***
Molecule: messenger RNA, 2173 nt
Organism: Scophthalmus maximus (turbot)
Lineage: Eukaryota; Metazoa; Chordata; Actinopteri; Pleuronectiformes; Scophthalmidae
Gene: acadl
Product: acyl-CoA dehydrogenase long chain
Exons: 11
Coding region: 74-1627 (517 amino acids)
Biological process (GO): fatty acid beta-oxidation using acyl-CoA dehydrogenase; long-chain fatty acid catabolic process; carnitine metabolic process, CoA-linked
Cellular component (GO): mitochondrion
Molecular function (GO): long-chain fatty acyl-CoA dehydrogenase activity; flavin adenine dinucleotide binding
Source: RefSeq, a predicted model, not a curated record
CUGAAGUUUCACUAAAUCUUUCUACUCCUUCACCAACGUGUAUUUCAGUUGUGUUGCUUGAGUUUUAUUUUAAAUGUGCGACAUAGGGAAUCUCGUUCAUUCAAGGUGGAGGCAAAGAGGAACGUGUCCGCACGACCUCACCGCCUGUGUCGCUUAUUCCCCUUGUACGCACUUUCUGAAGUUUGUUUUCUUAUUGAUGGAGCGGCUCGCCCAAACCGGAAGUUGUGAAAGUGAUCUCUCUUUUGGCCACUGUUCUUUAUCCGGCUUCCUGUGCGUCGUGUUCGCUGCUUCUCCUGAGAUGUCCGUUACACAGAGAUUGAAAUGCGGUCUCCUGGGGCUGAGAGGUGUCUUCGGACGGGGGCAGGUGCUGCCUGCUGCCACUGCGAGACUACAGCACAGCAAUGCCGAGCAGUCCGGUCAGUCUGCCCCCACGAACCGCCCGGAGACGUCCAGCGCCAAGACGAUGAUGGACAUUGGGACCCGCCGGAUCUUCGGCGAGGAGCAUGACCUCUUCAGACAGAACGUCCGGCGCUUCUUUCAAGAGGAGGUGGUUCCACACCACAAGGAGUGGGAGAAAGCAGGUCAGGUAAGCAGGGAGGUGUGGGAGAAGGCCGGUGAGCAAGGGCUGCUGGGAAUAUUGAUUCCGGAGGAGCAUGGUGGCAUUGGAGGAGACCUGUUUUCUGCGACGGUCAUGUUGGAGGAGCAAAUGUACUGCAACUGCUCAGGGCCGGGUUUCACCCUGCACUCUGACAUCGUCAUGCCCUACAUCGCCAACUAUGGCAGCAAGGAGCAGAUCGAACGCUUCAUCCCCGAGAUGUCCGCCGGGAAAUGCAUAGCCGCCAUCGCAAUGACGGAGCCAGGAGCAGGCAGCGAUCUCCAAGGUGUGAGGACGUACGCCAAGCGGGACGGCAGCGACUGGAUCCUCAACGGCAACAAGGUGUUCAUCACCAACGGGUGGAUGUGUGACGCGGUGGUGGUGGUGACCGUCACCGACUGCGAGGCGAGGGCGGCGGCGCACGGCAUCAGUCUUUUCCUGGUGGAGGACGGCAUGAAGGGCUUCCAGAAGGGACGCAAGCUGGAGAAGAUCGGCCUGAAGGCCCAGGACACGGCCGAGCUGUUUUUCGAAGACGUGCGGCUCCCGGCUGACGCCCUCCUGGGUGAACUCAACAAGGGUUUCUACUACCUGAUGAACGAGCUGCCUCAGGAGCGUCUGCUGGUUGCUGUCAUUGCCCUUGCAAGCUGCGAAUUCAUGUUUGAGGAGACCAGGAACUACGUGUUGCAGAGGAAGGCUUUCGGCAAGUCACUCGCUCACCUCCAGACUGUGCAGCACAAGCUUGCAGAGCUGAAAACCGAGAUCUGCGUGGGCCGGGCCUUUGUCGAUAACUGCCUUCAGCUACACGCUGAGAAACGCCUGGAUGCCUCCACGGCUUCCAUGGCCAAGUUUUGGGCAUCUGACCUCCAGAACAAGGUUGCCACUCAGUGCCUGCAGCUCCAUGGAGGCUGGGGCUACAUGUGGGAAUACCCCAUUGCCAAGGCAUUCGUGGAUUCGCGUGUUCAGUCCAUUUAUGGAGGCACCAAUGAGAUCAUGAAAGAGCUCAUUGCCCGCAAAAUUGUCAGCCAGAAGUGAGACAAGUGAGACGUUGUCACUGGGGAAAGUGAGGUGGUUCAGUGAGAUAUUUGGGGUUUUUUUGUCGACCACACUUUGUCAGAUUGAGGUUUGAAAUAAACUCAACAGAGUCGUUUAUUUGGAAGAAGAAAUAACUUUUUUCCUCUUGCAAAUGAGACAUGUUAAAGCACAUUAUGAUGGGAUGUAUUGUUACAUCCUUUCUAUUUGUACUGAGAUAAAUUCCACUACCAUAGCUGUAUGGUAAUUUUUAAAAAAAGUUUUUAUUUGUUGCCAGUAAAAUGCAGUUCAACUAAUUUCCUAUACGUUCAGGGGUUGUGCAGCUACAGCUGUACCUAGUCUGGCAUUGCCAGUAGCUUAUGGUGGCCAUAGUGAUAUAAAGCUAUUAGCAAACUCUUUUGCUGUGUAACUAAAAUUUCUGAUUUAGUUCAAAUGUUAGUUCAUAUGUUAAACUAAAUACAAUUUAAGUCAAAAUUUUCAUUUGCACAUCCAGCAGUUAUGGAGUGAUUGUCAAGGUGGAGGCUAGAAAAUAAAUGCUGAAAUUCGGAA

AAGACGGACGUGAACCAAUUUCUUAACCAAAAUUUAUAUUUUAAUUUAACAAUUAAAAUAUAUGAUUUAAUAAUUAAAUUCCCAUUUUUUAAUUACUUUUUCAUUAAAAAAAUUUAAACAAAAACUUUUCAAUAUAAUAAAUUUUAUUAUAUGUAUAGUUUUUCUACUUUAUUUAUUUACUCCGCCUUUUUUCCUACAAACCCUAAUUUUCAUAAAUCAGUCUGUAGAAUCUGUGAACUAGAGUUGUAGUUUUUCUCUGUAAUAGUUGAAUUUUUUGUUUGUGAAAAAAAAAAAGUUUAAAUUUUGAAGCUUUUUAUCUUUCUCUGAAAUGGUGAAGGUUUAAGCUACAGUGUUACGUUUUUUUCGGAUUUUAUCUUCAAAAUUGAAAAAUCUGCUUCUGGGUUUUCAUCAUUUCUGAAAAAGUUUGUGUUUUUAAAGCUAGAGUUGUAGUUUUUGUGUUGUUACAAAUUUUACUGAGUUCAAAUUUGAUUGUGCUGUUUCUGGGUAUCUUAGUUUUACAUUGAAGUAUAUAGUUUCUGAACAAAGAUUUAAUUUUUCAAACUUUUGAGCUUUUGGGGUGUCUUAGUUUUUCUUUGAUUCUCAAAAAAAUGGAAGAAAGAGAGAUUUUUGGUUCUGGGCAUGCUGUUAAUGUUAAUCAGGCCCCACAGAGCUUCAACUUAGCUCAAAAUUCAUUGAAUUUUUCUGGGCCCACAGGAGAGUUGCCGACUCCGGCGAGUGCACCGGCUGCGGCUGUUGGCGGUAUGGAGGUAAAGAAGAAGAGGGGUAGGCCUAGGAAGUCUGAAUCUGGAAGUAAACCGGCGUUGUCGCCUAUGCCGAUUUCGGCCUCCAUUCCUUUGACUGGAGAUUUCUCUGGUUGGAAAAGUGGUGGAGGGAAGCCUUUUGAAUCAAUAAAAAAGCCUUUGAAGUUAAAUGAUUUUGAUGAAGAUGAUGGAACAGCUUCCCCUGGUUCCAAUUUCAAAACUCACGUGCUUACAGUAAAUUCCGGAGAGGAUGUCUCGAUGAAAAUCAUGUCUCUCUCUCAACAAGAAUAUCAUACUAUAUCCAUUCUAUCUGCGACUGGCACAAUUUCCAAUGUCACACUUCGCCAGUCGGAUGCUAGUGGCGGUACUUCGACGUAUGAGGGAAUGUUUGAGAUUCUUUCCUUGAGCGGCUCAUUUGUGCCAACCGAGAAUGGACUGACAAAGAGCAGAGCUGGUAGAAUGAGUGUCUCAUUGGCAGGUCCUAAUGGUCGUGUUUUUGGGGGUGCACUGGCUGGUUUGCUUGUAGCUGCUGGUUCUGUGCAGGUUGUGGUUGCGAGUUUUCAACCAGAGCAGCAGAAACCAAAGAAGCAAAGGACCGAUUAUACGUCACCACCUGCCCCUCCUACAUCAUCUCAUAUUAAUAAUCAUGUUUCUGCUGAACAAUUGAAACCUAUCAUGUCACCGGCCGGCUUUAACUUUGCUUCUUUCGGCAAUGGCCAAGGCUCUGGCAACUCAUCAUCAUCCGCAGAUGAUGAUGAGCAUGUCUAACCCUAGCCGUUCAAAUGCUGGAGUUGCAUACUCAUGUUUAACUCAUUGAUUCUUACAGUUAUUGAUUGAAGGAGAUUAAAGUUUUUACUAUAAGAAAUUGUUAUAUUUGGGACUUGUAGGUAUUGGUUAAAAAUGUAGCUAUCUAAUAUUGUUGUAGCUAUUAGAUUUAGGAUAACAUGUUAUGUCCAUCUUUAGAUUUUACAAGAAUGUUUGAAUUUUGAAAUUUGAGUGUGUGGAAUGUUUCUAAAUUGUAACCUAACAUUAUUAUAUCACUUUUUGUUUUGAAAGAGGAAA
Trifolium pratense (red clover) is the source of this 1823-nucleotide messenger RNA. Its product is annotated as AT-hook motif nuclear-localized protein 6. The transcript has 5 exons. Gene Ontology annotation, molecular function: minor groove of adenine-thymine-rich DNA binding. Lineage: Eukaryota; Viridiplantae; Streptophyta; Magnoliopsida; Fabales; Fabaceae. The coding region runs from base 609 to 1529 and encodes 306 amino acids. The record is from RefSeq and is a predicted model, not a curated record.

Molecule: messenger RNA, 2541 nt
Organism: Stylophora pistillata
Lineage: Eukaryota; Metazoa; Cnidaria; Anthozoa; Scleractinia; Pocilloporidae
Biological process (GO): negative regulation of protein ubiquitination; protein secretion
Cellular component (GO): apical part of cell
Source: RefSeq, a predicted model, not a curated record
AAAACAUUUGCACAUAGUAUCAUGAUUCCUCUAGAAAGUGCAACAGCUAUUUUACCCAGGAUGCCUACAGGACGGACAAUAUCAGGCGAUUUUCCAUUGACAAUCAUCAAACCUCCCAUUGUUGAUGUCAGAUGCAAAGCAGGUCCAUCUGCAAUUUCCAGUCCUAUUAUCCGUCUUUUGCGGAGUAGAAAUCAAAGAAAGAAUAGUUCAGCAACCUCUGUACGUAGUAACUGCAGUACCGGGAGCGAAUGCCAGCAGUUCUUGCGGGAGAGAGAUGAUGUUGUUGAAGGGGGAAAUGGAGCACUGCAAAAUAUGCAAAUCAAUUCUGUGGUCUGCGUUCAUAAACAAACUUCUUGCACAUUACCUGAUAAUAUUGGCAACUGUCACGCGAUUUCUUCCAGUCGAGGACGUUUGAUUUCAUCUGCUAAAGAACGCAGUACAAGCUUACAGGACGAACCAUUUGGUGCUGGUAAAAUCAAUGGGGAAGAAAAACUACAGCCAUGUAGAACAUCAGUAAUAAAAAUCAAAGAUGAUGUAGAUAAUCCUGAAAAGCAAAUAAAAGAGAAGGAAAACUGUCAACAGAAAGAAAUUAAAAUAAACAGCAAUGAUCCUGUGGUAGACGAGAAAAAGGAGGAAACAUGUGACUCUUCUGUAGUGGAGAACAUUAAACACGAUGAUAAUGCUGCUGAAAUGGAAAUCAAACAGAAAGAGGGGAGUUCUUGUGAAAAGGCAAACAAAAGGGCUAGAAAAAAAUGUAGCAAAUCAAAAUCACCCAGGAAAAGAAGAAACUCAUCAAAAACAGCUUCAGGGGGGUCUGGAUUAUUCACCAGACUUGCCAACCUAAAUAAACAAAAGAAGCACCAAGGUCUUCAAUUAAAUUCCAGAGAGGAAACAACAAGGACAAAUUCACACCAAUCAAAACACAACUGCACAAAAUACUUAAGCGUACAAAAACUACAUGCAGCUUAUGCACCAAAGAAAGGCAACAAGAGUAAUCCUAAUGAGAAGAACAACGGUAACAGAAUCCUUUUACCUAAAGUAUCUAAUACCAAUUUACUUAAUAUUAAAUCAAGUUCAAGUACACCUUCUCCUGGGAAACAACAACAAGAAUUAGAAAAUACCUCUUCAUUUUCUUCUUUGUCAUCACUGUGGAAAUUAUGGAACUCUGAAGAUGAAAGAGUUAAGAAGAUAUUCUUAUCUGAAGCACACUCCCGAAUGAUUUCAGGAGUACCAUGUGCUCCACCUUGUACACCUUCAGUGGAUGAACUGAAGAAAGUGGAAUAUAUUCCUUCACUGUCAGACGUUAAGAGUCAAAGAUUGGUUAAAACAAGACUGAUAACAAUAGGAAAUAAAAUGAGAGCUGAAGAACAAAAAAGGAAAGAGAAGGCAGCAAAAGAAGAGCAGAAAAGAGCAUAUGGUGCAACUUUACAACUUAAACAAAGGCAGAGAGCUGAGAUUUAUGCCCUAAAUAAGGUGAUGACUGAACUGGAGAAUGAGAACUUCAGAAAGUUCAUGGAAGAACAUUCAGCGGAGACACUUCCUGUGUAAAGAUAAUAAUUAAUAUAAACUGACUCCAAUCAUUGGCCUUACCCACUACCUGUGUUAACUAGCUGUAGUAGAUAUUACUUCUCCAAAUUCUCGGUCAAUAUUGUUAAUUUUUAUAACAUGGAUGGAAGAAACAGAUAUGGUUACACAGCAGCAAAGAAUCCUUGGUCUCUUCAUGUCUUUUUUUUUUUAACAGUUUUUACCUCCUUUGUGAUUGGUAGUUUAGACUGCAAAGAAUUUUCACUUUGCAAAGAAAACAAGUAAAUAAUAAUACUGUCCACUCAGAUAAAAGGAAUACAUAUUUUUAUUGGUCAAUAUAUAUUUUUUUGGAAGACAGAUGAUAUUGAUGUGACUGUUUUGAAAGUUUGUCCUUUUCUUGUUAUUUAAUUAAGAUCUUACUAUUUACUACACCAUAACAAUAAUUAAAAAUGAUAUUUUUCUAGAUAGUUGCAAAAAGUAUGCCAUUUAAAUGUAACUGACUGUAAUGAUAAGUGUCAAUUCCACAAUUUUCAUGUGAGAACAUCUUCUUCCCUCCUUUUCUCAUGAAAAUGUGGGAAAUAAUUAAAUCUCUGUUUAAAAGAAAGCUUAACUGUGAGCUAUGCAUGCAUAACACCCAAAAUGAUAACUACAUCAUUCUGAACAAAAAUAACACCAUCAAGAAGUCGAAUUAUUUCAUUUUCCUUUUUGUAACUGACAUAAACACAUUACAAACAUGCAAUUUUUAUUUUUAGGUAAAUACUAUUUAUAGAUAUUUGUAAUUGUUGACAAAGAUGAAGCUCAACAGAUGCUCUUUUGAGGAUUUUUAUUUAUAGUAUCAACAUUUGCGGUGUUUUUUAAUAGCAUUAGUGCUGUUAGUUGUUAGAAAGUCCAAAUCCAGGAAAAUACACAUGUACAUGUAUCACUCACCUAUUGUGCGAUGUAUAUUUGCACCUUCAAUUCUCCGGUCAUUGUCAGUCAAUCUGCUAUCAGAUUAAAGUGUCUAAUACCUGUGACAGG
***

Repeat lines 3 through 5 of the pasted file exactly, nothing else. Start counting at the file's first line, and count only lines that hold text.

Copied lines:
Lineage: Eukaryota; Metazoa; Chordata; Actinopteri; Pleuronectiformes; Scophthalmidae
Gene: acadl
Product: acyl-CoA dehydrogenase long chain